At age 22 I decided to be a real artist and got part time work to pay my supplies. At 27 I married Bill and became the mom of Letitia at 32, Bill died of cancer when she was only 5. My time as a mom went by so fast, occasionally I could sell a painting for us to go to a movie or theater. Then I joined the Arts Student League to get my hands back in the arts: survival for my mind. In 2014 I was invited to join 137ac, so I took a chance.


by Rosanna Albertini

What comes and go, on the flat land of a canvas, is bodies and time. How they want to be there is the artist’s discovery. A woman sits and looks out of her confinement. Each eye shaped by a different state of mind. The same happens in Woman V by Willem De Kooning. And same stillness. The canvas is where she belongs, fluids and feelings so compressed within they pierce her skin to bleed out. The figure at odds with light perhaps because she can be hit — light, life, pressure of reality. Instead she wants to stay, stay like a brick needs to be in a wall. A visitor asks Paula if the painted woman is a self-portrait. “Oh that,” she answers after thinking a moment, “ that’s my spirit.” It’s Paula’s blue period, brown and blue. It doesn’t really matter the kind of scene that is painted, it’s not a collection of figures in different postures. Objects are absent, humans fill the stage. If they sit, they just sit on their own presence: a woman smokes and sits, it is maybe three times the same woman as in a film sequence. She doesn’t look out of the painting.

PAULA ISAAC, Her, Herer, Herest, 2015, Oil on canvas, 28" x 35" Courtesy of 137ac

PAULA ISAAC, Her, Herer, Herest, 2015, Oil on canvas, 28″ x 35″
Courtesy of 137ac


The subject of the painting, like the subject of poetry, is “the life that is lived in the scene that it composes; and so reality is not that external scene but the life that is lived in it. Reality is things as they are […] It is a jungle in itself. As in the case of a jungle, everything that makes it up is pretty much of one color.” (Wallace Stevens)

The blue of the lake, the blue of the sky in Paula’s work. Not only the figures’ body, their mind wears blue, the scene works in blue, moves through time creating distance without perspective. A prominent point has replaced the vanishing optical illusion. Here’s now. I follow the fantasy that Paula thinks blue letting the brush be liquid and flexible. Erasing as well as selecting.

In the studio a catalogue of a Filippo de Pisis exhibition is open on the table. In and out of her paintings, the artist, maybe, can’t really separate them from her life, the internal scene has become a picture of her being in the world. Paula wouldn’t stop reading De Pisis’ painted thoughts, how he painted what remains in his mind of a city, a beach or a bunch of flowers. As she unfolds the Italian painter’s thread I can see hers, and I would cry with pleasure. My inner painting.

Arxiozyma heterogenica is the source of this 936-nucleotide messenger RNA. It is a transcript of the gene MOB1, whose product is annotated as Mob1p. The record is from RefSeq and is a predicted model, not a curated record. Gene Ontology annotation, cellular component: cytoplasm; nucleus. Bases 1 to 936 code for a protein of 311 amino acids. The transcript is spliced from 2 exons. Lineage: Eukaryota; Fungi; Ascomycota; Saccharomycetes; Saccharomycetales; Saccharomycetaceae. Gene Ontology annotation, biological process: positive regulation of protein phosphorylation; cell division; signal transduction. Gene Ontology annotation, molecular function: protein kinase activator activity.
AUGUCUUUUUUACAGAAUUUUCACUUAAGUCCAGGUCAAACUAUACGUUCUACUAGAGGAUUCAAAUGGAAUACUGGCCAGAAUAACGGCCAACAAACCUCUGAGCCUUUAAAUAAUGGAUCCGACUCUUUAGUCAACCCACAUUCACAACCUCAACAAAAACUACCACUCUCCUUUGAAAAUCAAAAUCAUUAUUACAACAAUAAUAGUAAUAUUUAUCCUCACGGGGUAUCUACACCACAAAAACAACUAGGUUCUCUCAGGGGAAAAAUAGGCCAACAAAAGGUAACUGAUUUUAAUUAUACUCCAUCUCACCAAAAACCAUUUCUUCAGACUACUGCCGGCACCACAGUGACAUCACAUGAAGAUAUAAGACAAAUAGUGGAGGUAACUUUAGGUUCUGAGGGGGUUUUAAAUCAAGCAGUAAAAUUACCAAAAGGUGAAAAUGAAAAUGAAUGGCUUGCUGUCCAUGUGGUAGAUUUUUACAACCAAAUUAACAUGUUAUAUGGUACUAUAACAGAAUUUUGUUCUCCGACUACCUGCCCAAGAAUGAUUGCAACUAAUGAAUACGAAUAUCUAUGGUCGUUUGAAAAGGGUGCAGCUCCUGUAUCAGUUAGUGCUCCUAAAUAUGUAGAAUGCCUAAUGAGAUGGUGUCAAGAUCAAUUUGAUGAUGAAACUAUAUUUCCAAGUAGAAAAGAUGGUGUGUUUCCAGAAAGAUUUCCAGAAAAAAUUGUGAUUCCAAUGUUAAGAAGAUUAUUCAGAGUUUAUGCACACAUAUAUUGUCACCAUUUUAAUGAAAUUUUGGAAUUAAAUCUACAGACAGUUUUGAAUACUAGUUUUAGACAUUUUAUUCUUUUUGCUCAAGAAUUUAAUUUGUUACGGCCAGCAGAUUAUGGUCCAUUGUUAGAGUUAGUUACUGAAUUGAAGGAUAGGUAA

The home of Raw Art — 137 ac (artist collective)

PARIS 1947         NEW YORK 2011

A full day of snow in New York was enchanting enough, like an invitation to silence the tricks of the mind with a white curtain over the pupils. For the opening of an art brut exhibition, American and contemporary, it was a good omen. I’m not reviewing the exhibition. This is a story of friendship, hope and despair bringing up, despite sixty years of distance and different countries, the same wish for freedom and authenticity in art expressed by The Company of Raw Art in Paris in 1947. Ideas and projects came from Jean Dubuffet, Jean Paulhan, Charles Ratton, Henri-Pierre Roché, and Michel Tapié:

“We are seeking artistic works such as paintings, drawings, statues and statuettes, all types of objects owing nothing to the imitation of works of art seen in museums, salons and galleries. They should put originality to use, along with the most spontaneous and personal inventions, they should be productions which the creator drew from deep within, the result of his [her] own inclination and moods, […] regardless of the conventions currently in use. Works without masks or contraints. We believe these abilities exist (at least at times) in every man [and woman].”

Bianca Sforni, Annatina Miescher, and Jonathan McVey, others around them, are first of all connected by friendship. And one idea lives in their minds: there is no such thing as outsider art. There are artists. Some of them were treasure islands found over decades of psychiatric practice by Dr. Annatina Miescher: they were self taught, sometimes in a strong conflict with life. In 2011, after twenty years as a director of the Outpatient Chemical Dependency Program of the Bellevue Hospital in New York, Dr. Miescher invited them to be part of the 137ac (artist collective) and share a studio. Some of their works were hung on the walls of Bianca Sforni’s Noho studio on March 5th for an exhibition blessed by the snow. Bianca, or you could call her White, is a belated gift I received from Claudia, a friend for all her life, after she passed away. She was Bianca’s gallerist in Milan. I met Bianca in New York and we ate and ate remembering Claudia who used to love a great deal of good food. What’s stronger than friendship?